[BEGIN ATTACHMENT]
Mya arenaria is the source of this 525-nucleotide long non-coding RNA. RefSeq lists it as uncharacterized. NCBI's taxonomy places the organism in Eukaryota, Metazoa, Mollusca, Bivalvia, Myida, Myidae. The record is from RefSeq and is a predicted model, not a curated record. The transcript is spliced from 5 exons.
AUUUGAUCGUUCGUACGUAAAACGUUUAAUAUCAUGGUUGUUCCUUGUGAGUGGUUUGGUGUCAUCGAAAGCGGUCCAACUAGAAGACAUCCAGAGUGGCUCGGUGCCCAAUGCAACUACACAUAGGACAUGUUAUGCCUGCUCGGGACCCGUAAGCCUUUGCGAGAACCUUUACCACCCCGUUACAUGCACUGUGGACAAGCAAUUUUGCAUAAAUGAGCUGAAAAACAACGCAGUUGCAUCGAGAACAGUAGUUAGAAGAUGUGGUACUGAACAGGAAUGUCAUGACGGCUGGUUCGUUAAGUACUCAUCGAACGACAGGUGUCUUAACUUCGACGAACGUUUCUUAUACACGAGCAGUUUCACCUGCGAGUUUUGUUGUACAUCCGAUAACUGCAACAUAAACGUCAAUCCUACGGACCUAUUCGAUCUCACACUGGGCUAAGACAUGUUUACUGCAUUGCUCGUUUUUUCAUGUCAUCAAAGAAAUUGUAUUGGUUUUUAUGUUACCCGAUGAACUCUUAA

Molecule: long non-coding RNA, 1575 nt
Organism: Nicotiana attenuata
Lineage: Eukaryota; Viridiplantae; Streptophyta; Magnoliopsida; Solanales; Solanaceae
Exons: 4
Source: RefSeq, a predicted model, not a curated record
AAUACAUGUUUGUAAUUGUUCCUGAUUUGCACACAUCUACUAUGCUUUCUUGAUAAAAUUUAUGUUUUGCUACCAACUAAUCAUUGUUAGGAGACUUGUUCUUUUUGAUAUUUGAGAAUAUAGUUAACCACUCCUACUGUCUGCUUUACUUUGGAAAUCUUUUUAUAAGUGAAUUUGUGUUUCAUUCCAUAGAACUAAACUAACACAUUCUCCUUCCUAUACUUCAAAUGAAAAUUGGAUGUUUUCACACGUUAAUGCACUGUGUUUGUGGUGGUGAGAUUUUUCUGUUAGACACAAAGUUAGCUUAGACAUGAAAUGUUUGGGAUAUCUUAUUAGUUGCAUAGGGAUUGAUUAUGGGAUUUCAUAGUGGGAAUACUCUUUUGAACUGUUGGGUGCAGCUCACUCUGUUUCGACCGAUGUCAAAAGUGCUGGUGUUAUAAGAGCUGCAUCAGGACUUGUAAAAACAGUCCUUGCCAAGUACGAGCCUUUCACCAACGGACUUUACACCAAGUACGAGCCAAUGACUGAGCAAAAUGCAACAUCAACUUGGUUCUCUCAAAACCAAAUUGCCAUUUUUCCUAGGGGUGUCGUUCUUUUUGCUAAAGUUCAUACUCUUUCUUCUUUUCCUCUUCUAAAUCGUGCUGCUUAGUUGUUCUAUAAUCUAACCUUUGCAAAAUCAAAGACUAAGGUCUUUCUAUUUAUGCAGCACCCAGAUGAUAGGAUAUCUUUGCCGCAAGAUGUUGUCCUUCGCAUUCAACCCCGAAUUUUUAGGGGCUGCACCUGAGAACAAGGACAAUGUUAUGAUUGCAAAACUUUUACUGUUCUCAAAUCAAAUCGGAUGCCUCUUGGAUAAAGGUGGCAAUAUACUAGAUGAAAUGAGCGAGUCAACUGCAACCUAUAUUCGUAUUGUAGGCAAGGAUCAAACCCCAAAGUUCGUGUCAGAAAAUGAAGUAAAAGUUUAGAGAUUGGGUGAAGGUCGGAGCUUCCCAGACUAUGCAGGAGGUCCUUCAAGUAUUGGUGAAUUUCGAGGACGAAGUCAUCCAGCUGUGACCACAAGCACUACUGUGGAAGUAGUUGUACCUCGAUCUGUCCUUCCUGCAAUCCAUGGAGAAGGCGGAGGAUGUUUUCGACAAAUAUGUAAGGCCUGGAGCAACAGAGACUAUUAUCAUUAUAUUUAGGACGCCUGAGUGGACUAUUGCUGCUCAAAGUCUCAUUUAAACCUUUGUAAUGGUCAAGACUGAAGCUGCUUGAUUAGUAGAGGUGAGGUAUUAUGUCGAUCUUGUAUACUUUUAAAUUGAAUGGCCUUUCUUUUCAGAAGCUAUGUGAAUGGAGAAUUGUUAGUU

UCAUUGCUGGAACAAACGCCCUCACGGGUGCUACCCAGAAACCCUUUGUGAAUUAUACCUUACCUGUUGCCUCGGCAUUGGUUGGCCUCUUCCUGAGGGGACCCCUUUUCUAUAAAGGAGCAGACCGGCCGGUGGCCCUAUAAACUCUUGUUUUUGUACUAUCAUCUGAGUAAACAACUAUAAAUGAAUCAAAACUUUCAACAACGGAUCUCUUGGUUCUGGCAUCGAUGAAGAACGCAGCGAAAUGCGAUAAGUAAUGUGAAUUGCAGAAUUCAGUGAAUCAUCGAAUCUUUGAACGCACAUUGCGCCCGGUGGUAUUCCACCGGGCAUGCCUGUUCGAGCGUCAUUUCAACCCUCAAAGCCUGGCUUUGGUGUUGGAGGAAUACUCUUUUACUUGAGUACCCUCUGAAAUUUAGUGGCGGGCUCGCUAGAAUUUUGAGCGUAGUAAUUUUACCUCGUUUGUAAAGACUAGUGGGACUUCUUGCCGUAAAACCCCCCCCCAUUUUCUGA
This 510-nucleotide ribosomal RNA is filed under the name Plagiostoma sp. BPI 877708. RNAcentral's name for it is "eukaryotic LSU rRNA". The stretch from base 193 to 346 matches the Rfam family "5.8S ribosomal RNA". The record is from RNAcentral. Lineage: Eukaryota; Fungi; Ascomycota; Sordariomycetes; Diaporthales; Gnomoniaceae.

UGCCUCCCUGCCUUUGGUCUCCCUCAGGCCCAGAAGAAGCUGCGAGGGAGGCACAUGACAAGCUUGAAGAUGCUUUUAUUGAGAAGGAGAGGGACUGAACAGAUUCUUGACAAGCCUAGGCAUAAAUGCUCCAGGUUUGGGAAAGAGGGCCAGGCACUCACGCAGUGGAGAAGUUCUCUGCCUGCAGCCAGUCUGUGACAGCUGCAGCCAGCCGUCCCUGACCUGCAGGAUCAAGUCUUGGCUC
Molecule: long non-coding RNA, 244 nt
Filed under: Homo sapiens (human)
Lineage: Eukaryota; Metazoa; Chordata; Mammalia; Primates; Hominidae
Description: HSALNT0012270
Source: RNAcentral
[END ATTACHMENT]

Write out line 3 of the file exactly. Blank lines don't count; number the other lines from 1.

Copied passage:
Molecule: long non-coding RNA, 1575 nt